It's hard to think about the holiday shopping season while it's still summer. Large retailers, however, have already locked in most, if not all, of their holiday plans, and as a small business owner or manager, you can't afford to wait any longer.

Succeeding during the holiday season involves three things of equal importance: inventory, staff, and customers. If you don't have the right plan for any of the three, then you're going to struggle or fail miserably.

A woman dressed in a winter coat and carrying shopping bags.

The holiday shopping season is only a few months away. Image source: Getty Images.

1. Set your inventory

Chances are, you have meetings already on the books with your key vendors and, in some cases, you may even have some holiday orders that were placed months ago. Evaluate what you have already ordered, what you have in stock now, and what you are going to need.

The holidays may be a time where you feature different items. Back when I ran a large, independent toy store, we used to stock up on items that were under $10 for the holidays where people added them to their orders as stocking stuffers. During the rest of the year, we largely avoided cheaper price points because it gave parents a way to leave the store cheaply if their kids were agitating to buy something.

Talk to your customers about their plans and try to forecast what they need. You should also talk with your vendors about their stock and understand your ability to get resupplied if the season goes better than expected.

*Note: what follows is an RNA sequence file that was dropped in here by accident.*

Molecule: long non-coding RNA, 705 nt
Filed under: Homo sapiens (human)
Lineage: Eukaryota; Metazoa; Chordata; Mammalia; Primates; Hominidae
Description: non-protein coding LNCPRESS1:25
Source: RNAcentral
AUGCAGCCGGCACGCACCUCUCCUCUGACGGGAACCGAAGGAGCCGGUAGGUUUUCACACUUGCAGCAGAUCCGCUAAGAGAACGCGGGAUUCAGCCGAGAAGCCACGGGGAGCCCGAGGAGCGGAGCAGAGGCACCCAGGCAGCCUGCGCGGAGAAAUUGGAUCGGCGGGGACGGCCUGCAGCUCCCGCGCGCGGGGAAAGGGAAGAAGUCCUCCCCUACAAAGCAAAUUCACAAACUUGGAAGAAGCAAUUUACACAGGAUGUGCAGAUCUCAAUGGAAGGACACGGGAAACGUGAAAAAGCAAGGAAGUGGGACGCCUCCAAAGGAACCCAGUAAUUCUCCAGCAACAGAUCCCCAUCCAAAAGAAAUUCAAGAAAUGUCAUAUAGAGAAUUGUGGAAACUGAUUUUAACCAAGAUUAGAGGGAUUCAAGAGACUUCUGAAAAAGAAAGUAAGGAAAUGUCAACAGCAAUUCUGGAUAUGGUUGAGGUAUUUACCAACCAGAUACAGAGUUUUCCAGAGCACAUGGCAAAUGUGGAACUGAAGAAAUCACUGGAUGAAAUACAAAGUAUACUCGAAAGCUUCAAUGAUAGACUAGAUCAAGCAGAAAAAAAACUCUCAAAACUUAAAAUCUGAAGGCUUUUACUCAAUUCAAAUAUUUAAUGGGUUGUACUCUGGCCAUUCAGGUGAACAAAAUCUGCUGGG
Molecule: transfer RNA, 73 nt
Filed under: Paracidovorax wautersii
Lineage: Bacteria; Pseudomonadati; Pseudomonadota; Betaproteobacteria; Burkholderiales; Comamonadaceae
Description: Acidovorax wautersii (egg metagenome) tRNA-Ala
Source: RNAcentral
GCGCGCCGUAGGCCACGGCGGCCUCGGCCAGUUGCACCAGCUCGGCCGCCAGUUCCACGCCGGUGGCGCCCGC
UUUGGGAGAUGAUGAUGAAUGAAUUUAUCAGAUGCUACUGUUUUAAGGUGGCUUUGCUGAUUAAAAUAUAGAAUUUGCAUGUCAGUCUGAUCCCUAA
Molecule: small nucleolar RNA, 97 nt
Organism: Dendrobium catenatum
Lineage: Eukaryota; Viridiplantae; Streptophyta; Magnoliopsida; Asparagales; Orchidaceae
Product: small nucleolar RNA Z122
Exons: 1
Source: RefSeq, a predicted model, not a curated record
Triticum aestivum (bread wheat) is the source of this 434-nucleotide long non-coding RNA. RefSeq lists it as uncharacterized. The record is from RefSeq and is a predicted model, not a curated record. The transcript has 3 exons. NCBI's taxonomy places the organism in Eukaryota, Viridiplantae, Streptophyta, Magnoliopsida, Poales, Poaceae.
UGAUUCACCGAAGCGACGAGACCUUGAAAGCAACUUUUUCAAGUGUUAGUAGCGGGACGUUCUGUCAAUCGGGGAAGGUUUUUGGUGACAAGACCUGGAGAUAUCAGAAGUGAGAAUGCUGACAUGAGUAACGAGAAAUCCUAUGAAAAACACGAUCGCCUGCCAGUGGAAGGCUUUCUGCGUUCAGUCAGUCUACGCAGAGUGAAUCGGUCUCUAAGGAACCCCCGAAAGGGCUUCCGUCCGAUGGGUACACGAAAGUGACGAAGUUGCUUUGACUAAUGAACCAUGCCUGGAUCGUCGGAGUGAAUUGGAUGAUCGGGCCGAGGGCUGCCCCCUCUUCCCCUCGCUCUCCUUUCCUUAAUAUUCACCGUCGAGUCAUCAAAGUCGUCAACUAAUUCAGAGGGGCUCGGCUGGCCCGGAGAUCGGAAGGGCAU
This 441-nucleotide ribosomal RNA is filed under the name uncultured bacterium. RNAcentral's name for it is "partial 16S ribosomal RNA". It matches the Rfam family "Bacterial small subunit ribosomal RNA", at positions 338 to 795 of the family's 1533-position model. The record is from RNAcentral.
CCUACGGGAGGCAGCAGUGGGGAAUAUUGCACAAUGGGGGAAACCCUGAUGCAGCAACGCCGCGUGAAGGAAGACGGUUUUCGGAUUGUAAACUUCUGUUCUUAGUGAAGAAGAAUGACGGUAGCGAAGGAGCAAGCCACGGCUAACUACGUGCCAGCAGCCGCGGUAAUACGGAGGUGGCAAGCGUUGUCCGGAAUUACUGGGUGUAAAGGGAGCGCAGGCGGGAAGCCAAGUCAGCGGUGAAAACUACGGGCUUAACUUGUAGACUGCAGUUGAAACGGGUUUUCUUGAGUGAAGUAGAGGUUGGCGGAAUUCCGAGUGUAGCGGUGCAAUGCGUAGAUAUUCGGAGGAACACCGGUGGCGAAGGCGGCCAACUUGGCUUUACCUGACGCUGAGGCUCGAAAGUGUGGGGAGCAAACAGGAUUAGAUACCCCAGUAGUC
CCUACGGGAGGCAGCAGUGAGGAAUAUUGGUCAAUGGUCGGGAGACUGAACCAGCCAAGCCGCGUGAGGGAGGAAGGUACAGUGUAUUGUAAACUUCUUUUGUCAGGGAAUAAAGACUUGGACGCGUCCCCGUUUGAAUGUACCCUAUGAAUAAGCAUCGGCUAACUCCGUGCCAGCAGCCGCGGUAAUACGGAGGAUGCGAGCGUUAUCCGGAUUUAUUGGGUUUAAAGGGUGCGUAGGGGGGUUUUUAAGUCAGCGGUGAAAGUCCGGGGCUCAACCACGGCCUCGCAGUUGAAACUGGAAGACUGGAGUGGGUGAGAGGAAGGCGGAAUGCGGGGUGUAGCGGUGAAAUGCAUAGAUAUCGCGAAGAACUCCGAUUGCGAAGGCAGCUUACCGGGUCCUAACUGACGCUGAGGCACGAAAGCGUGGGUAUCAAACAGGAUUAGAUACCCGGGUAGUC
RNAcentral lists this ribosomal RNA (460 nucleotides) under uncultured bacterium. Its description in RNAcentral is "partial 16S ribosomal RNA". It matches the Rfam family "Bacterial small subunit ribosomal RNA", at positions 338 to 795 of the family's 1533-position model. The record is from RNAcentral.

2. Line up staff

The holiday season can often require more than your usual staff. You may open for more hours or need extra help early or late to stock shelves and keep the store clean.

Talk with your existing staff and set realistic expectations. Managers may work longer hours but they can't work a month of 12-hour days without time off and still provide top-notch service. Work with any salaried employees to set realistic expectations.

Ask your hourly workers if they want expanded schedules. Some might but others may have family obligations that prevent that.

Once you know what you have to work with, be creative when it comes to bringing new people on board. Speak with past seasonal help and ask your staff for recommendations.

3. Bring in the customers

The holiday season offers an enormous amount of choice for shoppers. You want to make sure you reach your regulars and people who might shop your store only for the season.

Create a marketing plan designed to get the word out. This probably includes buying ads, doing mailings, using social media, and maybe even hosting some special events for "insiders." Be clever and don't assume that customers will come just because it's the holiday season.

Do it now

You probably should have started planning -- at least when it comes to inventory -- well before this (and maybe you have). But no matter where you are in the process of planning for the holidays, it's important to get a full plan in place as soon as possible.

As it gets closer to the season, it will be harder, if not impossible, to bring in inventory, line up staff, and even book ad space. Do your homework, make your forecasts, and try to put as much into place now as you possibly can.